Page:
The Campaign to Demonize Adelson

As I wrote earlier this week, given the depth of his political involvement on behalf of Republican candidates it’s hardly surprising to find that casino mogul Sheldon Adelson is in the crosshairs of the liberal media these days. Adelson’s billions are derived from vastly profitable — and entirely legal — gambling enterprises in Las Vegas and Macao, China but there is an ongoing effort to depict him as a shady character with whom politicians should not associate. The investigation about possible bribery of Chinese officials, which the New York Times spread over their front page on Tuesday, is a serious matter but the allegation remains more a matter of assumptions of misbehavior than any proof. But that has not stopped Democratic groups from trying to brand Adelson as toxic or even repeating other outrageous and palpably false charges about him for which some have been forced to apologize. Now the Times has escalated the campaign with an editorial calling on Mitt Romney and Paul Ryan to distance themselves from Adelson and, no doubt, not take any of his campaign contributions.

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The Campaign to Demonize Adelson

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The Shame of Defaming Seth Rich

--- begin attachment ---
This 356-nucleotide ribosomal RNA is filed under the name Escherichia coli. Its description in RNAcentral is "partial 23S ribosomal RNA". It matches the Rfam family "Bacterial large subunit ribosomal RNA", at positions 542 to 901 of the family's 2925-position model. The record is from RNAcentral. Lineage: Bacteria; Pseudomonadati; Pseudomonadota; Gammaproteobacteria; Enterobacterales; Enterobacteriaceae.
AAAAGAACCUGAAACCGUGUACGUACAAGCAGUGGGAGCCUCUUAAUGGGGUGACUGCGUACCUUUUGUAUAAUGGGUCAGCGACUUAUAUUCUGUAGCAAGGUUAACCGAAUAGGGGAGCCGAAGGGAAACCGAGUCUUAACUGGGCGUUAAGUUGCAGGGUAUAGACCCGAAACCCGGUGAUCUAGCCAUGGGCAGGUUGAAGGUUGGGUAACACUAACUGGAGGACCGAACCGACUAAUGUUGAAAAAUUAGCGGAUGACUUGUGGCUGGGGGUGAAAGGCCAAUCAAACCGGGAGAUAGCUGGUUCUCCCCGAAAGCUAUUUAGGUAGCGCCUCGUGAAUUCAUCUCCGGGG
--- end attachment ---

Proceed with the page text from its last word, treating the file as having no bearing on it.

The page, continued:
The conspiracy theorizing has to stop.

Seth Rich was 27 when he was killed on a dark street in a sketchy neighborhood in the nation’s capital last July. He has become world-famous in the past month because his corpse is being used as a proxy in the war over the reputation of Donald J. Trump. Enraged media figures on the Right who believe Trump is being unjustly accused of colluding with Russia have turned to the Rich story to offer their audiences an alternate potential crime to chew on—one in which they can hint at the possibility that Democrats had one of their own killed.

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Delusional? Or Defenestrated?

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Confederate Monuments and Moral Clarity

Selective reverence for history.

New Orleans Mayor Mitch Landrieu has made a point of removing statues honoring Confederate heroes. As NPR notes, “On April 24, a monument to a deadly 1874 white supremacist uprising was the first to come down. A couple of weeks later, a statue of Confederate President Jefferson Davis was taken away. And on Wednesday, a statue of Confederate General P.G.T. Beauregard was removed.” Finally, last Friday, a giant sculpture of Robert E. Lee came down as well.

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The Left’s Voting Fetish

Voting is not itself an expression of political freedom.

The United States of America does not make a fetish of voting. For the “vote or die” crowd, that’s a cause of great shame.

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The War of Ideas: The Other Anti-Terror Front

How to defeat suicide bombers.

I visited Manchester in 2014, along with my son, to see a Manchester United soccer game at its hallowed stadium, Old Trafford. Not knowing what to expect, I feared the worst—a grimy, decrepit, post-industrial wasteland. What we found was very different: a booming, bustling metropolis. Manchester has preserved its heritage as one of the incubation sites of the Industrial Revolution but has not been trapped in the past. Old factories and warehouses have been repurposed into museums and chic hotels, restaurants, cafes and bars, making Manchester an exceptionally pleasant place to visit—and no doubt to live as well.